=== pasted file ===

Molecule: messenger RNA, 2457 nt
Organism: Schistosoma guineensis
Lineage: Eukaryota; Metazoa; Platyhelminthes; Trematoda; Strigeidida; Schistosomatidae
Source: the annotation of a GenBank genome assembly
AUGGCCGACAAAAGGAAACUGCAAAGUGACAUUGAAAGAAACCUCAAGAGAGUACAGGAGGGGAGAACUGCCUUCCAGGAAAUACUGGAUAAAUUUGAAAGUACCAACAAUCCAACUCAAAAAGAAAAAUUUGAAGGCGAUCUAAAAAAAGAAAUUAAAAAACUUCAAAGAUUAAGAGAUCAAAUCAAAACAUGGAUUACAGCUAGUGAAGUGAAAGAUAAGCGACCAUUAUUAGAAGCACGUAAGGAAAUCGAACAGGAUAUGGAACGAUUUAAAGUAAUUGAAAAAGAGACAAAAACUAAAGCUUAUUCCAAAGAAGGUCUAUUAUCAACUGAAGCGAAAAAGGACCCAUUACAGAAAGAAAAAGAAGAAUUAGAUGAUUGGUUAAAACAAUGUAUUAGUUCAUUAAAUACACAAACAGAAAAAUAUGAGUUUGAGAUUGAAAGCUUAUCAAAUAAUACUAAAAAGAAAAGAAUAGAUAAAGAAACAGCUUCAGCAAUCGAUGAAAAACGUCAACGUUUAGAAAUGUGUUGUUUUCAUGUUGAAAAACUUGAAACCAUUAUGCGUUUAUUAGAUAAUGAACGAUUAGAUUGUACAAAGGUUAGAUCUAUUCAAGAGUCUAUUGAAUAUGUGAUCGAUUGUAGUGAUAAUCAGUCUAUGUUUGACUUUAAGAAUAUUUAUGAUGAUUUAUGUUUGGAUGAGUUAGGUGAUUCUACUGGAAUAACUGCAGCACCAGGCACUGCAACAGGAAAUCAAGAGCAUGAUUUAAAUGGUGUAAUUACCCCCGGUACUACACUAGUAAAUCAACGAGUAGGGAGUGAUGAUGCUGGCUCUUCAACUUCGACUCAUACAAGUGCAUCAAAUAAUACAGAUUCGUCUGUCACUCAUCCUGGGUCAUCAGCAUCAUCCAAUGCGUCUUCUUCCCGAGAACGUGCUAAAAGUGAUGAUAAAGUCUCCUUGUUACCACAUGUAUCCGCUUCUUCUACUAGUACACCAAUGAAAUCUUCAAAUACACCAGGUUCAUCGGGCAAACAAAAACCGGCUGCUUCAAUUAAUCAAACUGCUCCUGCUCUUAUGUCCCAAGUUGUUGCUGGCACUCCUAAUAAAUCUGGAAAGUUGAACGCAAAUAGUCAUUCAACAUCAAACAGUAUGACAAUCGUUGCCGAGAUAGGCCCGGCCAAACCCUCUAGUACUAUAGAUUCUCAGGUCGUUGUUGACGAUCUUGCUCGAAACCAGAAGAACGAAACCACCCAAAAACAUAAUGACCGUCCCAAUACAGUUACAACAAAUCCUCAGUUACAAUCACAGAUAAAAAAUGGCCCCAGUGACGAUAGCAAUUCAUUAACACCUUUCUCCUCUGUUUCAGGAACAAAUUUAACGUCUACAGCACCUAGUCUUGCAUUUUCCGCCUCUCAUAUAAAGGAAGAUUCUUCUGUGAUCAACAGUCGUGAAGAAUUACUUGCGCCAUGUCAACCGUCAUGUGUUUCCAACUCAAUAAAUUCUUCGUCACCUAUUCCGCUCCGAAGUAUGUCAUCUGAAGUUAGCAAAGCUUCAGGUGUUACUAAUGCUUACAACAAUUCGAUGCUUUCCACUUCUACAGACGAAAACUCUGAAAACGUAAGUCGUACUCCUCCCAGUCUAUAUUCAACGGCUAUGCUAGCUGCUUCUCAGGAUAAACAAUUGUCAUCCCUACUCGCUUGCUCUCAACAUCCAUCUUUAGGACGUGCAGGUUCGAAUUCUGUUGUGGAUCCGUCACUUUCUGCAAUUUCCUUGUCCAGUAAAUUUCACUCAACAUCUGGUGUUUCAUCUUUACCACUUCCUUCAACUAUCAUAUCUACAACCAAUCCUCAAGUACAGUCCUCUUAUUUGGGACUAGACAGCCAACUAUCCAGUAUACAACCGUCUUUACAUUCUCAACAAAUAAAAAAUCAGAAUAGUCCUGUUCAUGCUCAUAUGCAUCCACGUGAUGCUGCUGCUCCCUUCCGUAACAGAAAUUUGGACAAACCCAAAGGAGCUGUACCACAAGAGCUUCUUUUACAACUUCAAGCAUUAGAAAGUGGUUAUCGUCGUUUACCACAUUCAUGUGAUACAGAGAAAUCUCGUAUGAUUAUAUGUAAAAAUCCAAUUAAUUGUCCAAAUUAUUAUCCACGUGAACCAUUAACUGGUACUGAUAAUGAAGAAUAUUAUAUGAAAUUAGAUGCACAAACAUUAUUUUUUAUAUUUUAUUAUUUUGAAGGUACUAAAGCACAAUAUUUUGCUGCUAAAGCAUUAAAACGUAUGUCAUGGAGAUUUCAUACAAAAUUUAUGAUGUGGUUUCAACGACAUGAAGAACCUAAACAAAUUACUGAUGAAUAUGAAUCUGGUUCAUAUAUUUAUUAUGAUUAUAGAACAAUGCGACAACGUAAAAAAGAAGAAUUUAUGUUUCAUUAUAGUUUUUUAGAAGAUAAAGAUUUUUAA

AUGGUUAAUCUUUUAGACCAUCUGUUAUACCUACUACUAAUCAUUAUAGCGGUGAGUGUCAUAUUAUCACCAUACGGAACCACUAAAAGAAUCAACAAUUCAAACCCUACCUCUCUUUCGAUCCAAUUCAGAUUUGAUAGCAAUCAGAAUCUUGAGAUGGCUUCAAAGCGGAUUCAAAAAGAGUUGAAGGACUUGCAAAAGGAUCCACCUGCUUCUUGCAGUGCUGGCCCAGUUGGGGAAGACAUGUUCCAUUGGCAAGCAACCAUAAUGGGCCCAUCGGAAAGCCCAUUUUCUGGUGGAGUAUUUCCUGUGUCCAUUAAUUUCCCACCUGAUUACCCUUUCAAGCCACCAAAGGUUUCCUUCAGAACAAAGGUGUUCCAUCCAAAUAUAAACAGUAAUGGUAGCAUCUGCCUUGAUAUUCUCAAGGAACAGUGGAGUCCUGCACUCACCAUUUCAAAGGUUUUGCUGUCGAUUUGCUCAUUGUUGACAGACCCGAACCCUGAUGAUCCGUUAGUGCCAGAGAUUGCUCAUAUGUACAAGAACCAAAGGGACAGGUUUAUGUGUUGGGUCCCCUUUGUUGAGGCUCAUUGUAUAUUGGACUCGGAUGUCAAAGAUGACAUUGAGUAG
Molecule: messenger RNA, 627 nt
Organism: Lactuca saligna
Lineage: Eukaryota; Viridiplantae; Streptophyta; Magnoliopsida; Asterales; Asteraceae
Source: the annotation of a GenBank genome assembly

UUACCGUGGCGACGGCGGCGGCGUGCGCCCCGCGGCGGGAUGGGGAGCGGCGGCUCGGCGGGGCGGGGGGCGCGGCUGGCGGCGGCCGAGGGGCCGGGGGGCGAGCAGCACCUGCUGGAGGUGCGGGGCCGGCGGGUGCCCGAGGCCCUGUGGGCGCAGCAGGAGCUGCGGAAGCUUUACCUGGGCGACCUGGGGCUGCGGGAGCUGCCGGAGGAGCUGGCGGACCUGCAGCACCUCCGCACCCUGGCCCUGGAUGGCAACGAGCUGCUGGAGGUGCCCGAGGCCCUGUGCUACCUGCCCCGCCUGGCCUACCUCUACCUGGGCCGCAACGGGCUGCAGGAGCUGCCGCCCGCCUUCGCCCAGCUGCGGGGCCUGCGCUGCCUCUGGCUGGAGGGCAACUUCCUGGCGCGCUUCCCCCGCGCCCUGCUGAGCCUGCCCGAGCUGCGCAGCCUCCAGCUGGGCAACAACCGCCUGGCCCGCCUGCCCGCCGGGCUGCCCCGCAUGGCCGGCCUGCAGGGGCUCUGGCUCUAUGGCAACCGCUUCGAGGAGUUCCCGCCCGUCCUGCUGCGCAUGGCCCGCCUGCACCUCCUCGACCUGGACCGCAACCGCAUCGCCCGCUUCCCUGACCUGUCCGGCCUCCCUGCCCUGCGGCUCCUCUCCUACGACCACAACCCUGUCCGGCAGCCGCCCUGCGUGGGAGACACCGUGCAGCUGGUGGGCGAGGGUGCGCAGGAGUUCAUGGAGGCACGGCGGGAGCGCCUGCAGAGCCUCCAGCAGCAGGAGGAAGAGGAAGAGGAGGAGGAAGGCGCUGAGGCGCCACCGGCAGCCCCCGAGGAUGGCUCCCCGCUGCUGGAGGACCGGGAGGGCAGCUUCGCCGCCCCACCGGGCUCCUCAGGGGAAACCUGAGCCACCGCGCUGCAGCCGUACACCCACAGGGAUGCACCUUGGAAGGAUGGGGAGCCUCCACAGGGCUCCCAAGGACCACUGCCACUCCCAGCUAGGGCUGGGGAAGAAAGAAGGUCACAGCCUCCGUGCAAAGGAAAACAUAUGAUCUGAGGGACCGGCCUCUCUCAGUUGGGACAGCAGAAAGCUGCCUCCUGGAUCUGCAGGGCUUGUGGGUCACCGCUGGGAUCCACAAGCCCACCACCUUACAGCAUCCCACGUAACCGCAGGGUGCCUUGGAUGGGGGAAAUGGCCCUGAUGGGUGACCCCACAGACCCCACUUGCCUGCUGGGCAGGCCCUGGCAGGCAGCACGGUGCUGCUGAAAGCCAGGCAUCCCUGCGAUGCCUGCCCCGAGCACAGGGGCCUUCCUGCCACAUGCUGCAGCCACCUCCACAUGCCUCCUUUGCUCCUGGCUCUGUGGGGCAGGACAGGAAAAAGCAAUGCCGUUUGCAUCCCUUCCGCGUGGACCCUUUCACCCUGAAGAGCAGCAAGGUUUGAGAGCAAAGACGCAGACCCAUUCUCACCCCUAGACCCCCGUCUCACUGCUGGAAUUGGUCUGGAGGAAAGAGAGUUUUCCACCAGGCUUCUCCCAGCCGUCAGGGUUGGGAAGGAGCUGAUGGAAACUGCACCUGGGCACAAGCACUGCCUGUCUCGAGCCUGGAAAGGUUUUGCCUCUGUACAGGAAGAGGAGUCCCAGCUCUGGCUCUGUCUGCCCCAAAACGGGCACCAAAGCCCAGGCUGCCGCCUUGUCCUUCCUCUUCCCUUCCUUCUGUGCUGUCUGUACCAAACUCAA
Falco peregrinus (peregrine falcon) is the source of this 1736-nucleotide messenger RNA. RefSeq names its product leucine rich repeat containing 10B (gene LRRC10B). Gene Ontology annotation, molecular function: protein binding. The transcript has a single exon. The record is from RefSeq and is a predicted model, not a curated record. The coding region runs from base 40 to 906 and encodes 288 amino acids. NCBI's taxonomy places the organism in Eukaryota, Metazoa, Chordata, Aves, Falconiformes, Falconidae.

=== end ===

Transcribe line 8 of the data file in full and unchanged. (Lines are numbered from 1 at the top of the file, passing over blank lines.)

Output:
Organism: Lactuca saligna